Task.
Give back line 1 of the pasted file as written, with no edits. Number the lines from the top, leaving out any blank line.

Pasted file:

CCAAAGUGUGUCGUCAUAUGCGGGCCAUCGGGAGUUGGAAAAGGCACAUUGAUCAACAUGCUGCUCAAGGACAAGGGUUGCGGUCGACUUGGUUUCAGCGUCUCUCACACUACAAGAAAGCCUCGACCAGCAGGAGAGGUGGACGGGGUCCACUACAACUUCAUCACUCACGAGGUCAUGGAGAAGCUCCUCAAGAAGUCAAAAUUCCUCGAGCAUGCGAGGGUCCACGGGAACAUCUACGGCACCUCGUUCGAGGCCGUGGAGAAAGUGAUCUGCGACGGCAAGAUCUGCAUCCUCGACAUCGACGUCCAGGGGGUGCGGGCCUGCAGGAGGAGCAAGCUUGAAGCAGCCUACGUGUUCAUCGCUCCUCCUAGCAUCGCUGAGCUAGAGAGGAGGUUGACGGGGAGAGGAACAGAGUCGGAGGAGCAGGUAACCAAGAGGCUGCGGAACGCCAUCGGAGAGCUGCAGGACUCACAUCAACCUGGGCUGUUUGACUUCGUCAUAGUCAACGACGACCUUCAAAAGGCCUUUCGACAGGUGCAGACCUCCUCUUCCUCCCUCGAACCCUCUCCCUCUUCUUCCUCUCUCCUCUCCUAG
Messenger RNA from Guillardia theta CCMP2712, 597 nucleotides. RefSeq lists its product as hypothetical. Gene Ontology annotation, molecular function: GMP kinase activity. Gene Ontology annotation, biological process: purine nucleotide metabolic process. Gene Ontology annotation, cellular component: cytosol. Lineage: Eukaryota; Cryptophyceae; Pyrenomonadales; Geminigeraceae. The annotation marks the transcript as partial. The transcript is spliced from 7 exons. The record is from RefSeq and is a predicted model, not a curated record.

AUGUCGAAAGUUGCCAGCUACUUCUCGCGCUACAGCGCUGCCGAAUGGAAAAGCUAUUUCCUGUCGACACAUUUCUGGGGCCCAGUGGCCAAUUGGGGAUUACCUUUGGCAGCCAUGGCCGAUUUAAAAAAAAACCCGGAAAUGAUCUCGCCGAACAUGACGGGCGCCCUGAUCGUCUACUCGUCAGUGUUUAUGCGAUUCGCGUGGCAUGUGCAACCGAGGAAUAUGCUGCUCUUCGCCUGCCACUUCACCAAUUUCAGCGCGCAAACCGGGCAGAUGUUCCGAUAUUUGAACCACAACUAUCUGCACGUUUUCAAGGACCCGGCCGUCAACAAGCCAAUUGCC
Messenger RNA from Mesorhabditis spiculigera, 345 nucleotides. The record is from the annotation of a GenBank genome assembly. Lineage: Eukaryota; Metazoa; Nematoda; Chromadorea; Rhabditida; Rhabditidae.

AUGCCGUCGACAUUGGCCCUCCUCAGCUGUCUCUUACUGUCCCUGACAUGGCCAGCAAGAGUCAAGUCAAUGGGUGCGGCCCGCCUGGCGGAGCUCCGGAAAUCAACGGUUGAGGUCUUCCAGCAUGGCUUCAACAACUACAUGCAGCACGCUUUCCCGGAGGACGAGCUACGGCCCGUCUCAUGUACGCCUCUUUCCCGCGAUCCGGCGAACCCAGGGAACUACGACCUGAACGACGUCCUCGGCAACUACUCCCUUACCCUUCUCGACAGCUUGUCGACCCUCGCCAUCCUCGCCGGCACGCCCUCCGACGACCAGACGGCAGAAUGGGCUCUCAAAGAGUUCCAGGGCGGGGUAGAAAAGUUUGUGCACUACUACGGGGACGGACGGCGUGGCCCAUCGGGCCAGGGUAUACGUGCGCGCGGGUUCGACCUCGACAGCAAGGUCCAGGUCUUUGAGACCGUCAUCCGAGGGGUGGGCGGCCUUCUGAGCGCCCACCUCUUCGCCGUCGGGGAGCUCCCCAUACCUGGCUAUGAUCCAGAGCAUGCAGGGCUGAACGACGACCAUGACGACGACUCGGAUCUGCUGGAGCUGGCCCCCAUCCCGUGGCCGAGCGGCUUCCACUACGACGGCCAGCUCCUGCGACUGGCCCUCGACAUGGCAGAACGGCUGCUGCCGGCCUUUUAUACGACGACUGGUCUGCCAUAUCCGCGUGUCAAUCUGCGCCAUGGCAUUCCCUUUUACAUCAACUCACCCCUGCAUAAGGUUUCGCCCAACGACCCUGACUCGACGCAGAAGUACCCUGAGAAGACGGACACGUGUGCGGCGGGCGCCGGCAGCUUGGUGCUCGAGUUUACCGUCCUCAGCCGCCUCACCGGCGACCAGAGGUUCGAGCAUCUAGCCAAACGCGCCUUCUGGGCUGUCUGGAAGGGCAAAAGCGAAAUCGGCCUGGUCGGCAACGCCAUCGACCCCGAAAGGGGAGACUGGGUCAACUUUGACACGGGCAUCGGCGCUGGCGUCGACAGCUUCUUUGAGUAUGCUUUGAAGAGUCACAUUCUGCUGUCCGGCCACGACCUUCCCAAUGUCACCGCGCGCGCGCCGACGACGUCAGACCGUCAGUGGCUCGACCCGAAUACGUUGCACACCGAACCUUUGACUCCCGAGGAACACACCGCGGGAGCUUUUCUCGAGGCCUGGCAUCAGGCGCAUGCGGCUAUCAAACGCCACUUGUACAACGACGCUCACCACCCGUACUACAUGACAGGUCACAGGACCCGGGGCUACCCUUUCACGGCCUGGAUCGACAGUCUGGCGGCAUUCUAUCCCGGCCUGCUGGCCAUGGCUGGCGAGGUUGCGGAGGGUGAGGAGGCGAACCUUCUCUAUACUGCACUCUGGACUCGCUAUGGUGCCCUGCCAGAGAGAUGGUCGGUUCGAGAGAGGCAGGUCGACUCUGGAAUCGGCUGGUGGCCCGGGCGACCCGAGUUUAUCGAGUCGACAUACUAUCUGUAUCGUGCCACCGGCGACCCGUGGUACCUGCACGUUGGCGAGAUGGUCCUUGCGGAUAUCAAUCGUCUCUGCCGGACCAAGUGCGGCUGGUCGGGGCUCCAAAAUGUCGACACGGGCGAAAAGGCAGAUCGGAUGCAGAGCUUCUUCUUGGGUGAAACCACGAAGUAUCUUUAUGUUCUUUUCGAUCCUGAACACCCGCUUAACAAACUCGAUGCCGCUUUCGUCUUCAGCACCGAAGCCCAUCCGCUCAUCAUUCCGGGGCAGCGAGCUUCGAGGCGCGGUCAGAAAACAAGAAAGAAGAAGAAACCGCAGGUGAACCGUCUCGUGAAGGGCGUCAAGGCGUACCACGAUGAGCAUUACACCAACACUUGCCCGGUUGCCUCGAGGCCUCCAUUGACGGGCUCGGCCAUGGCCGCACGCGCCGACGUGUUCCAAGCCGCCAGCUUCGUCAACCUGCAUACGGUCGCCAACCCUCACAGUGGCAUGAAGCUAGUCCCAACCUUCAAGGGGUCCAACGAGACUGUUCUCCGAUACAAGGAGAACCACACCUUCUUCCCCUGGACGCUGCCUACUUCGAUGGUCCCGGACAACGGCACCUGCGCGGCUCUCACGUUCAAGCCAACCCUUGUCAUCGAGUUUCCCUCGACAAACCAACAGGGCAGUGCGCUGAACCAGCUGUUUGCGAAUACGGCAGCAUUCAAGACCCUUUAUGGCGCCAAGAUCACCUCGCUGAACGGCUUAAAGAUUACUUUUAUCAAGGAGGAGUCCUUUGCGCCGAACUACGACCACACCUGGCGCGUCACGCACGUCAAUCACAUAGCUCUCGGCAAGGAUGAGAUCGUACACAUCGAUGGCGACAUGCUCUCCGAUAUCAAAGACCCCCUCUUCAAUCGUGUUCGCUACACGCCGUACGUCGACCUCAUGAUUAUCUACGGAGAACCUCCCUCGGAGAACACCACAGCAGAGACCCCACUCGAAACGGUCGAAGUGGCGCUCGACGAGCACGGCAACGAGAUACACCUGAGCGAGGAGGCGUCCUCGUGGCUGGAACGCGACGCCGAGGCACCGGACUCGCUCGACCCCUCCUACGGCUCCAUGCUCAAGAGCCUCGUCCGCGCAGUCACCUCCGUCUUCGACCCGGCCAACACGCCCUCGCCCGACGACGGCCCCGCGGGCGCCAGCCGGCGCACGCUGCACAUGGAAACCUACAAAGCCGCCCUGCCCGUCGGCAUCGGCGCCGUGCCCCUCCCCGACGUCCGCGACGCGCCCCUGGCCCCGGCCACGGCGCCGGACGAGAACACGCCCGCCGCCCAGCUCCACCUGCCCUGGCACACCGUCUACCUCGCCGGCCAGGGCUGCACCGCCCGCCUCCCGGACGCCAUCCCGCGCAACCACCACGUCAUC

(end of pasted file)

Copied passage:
CCAAAGUGUGUCGUCAUAUGCGGGCCAUCGGGAGUUGGAAAAGGCACAUUGAUCAACAUGCUGCUCAAGGACAAGGGUUGCGGUCGACUUGGUUUCAGCGUCUCUCACACUACAAGAAAGCCUCGACCAGCAGGAGAGGUGGACGGGGUCCACUACAACUUCAUCACUCACGAGGUCAUGGAGAAGCUCCUCAAGAAGUCAAAAUUCCUCGAGCAUGCGAGGGUCCACGGGAACAUCUACGGCACCUCGUUCGAGGCCGUGGAGAAAGUGAUCUGCGACGGCAAGAUCUGCAUCCUCGACAUCGACGUCCAGGGGGUGCGGGCCUGCAGGAGGAGCAAGCUUGAAGCAGCCUACGUGUUCAUCGCUCCUCCUAGCAUCGCUGAGCUAGAGAGGAGGUUGACGGGGAGAGGAACAGAGUCGGAGGAGCAGGUAACCAAGAGGCUGCGGAACGCCAUCGGAGAGCUGCAGGACUCACAUCAACCUGGGCUGUUUGACUUCGUCAUAGUCAACGACGACCUUCAAAAGGCCUUUCGACAGGUGCAGACCUCCUCUUCCUCCCUCGAACCCUCUCCCUCUUCUUCCUCUCUCCUCUCCUAG